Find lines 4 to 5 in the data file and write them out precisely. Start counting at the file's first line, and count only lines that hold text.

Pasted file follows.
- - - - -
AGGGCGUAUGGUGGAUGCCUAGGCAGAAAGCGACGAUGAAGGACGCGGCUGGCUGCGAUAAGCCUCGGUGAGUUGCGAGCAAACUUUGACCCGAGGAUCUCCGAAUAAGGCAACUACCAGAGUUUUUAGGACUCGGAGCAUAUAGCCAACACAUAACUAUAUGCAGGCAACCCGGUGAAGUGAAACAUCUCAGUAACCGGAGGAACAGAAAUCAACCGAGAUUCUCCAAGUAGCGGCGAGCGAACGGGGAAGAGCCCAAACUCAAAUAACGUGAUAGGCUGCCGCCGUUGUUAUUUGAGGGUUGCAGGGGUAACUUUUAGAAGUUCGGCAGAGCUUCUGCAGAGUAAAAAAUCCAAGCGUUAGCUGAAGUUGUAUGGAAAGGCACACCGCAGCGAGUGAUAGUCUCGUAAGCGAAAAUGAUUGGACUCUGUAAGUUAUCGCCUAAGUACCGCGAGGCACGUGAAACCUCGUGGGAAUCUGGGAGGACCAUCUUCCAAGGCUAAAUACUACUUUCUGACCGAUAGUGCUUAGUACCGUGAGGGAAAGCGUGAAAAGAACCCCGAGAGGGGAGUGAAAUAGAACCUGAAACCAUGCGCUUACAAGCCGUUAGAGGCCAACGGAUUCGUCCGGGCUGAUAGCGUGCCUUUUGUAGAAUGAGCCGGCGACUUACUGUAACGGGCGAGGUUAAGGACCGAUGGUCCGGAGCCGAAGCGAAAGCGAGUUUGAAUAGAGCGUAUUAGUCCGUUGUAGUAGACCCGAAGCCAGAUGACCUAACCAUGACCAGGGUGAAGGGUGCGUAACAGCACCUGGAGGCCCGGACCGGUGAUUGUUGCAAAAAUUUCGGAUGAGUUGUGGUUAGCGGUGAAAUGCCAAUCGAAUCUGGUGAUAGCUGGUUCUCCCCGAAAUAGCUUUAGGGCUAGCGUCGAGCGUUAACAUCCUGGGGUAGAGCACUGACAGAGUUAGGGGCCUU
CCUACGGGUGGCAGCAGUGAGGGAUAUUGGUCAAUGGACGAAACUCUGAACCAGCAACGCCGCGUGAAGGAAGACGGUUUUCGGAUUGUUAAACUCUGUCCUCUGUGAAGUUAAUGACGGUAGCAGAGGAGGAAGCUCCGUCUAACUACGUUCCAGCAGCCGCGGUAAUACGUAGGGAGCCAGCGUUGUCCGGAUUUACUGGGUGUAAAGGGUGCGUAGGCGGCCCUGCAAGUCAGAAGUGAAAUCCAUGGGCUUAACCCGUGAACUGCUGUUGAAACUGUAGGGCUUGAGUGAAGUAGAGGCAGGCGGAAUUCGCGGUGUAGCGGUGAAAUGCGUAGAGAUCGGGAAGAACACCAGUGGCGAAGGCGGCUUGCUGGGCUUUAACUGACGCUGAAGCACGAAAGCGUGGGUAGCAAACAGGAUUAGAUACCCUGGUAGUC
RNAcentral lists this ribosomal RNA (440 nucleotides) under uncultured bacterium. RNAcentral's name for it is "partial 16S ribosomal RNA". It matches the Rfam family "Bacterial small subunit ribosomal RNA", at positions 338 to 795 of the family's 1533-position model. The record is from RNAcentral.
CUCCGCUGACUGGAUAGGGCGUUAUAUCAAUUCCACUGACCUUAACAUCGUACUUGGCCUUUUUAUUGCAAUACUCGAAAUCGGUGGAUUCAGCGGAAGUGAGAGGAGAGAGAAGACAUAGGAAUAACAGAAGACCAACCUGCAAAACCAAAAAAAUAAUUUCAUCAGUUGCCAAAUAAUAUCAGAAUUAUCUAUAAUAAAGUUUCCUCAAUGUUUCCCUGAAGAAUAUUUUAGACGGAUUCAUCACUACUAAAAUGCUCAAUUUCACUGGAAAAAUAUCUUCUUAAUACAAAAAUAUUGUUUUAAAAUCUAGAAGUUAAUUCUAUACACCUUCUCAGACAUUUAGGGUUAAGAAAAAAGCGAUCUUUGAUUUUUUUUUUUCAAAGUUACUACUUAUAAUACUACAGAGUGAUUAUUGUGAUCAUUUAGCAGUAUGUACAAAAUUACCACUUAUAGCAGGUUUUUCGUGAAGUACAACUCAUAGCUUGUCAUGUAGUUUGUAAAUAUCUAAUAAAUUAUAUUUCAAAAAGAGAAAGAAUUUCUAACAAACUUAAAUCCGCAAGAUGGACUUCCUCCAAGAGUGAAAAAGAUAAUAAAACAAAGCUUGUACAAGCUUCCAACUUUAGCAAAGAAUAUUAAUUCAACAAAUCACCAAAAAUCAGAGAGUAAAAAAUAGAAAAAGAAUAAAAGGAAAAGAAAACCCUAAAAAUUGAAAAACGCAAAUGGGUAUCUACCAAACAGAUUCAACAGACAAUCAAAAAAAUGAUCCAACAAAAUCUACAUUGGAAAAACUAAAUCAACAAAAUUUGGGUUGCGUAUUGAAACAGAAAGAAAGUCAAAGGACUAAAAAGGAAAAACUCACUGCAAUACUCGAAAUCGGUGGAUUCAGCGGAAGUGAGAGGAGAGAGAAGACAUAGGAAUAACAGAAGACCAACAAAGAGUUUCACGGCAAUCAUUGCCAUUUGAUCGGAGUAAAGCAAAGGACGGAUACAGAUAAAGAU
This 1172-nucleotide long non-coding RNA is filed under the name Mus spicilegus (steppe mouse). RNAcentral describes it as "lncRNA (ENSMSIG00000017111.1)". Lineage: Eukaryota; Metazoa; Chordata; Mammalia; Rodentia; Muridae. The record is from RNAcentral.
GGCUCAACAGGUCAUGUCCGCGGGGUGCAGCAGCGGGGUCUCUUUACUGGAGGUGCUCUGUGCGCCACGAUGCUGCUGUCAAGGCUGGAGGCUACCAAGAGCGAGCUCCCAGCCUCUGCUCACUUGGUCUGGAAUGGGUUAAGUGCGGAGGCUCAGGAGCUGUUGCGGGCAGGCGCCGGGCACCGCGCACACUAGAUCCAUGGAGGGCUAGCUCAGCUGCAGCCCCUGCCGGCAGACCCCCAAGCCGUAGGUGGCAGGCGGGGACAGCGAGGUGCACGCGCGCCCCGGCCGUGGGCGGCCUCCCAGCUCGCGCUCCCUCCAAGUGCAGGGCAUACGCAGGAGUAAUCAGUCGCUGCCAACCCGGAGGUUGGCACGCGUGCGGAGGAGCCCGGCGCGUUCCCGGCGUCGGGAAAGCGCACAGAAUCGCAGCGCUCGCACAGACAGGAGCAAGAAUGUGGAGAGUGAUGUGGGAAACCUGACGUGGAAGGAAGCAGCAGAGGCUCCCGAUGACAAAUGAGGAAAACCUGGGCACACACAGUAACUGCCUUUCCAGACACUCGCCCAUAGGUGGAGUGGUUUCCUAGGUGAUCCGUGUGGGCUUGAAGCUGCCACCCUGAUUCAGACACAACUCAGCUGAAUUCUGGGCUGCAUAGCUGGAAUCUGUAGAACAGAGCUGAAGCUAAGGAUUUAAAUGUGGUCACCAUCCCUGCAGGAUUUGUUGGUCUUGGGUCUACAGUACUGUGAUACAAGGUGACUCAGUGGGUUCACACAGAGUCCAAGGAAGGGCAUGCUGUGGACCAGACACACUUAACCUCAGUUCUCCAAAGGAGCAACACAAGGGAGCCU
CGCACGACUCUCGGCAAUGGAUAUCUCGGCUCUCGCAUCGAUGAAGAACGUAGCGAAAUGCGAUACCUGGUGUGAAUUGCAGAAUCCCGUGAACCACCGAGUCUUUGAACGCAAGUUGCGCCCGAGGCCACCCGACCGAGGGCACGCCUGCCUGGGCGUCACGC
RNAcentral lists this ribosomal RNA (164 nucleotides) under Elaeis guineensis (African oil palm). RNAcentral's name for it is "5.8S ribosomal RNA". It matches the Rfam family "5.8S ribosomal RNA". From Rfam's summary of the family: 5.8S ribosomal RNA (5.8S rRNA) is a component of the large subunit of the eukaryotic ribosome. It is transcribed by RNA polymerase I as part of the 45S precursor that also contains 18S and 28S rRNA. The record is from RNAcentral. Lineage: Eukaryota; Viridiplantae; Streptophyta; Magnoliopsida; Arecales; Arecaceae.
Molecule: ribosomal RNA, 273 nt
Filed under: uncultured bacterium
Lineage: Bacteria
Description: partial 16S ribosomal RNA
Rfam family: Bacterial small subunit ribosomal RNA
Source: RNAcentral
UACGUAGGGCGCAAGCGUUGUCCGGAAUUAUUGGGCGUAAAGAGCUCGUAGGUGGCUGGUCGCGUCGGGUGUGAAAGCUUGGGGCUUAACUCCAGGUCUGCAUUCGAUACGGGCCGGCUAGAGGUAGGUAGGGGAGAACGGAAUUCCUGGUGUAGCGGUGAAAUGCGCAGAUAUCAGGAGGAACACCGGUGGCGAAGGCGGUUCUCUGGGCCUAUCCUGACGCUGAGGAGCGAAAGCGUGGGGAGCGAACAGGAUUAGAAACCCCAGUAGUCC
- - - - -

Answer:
CUCCGCUGACUGGAUAGGGCGUUAUAUCAAUUCCACUGACCUUAACAUCGUACUUGGCCUUUUUAUUGCAAUACUCGAAAUCGGUGGAUUCAGCGGAAGUGAGAGGAGAGAGAAGACAUAGGAAUAACAGAAGACCAACCUGCAAAACCAAAAAAAUAAUUUCAUCAGUUGCCAAAUAAUAUCAGAAUUAUCUAUAAUAAAGUUUCCUCAAUGUUUCCCUGAAGAAUAUUUUAGACGGAUUCAUCACUACUAAAAUGCUCAAUUUCACUGGAAAAAUAUCUUCUUAAUACAAAAAUAUUGUUUUAAAAUCUAGAAGUUAAUUCUAUACACCUUCUCAGACAUUUAGGGUUAAGAAAAAAGCGAUCUUUGAUUUUUUUUUUUCAAAGUUACUACUUAUAAUACUACAGAGUGAUUAUUGUGAUCAUUUAGCAGUAUGUACAAAAUUACCACUUAUAGCAGGUUUUUCGUGAAGUACAACUCAUAGCUUGUCAUGUAGUUUGUAAAUAUCUAAUAAAUUAUAUUUCAAAAAGAGAAAGAAUUUCUAACAAACUUAAAUCCGCAAGAUGGACUUCCUCCAAGAGUGAAAAAGAUAAUAAAACAAAGCUUGUACAAGCUUCCAACUUUAGCAAAGAAUAUUAAUUCAACAAAUCACCAAAAAUCAGAGAGUAAAAAAUAGAAAAAGAAUAAAAGGAAAAGAAAACCCUAAAAAUUGAAAAACGCAAAUGGGUAUCUACCAAACAGAUUCAACAGACAAUCAAAAAAAUGAUCCAACAAAAUCUACAUUGGAAAAACUAAAUCAACAAAAUUUGGGUUGCGUAUUGAAACAGAAAGAAAGUCAAAGGACUAAAAAGGAAAAACUCACUGCAAUACUCGAAAUCGGUGGAUUCAGCGGAAGUGAGAGGAGAGAGAAGACAUAGGAAUAACAGAAGACCAACAAAGAGUUUCACGGCAAUCAUUGCCAUUUGAUCGGAGUAAAGCAAAGGACGGAUACAGAUAAAGAU
This 1172-nucleotide long non-coding RNA is filed under the name Mus spicilegus (steppe mouse). RNAcentral describes it as "lncRNA (ENSMSIG00000017111.1)". Lineage: Eukaryota; Metazoa; Chordata; Mammalia; Rodentia; Muridae. The record is from RNAcentral.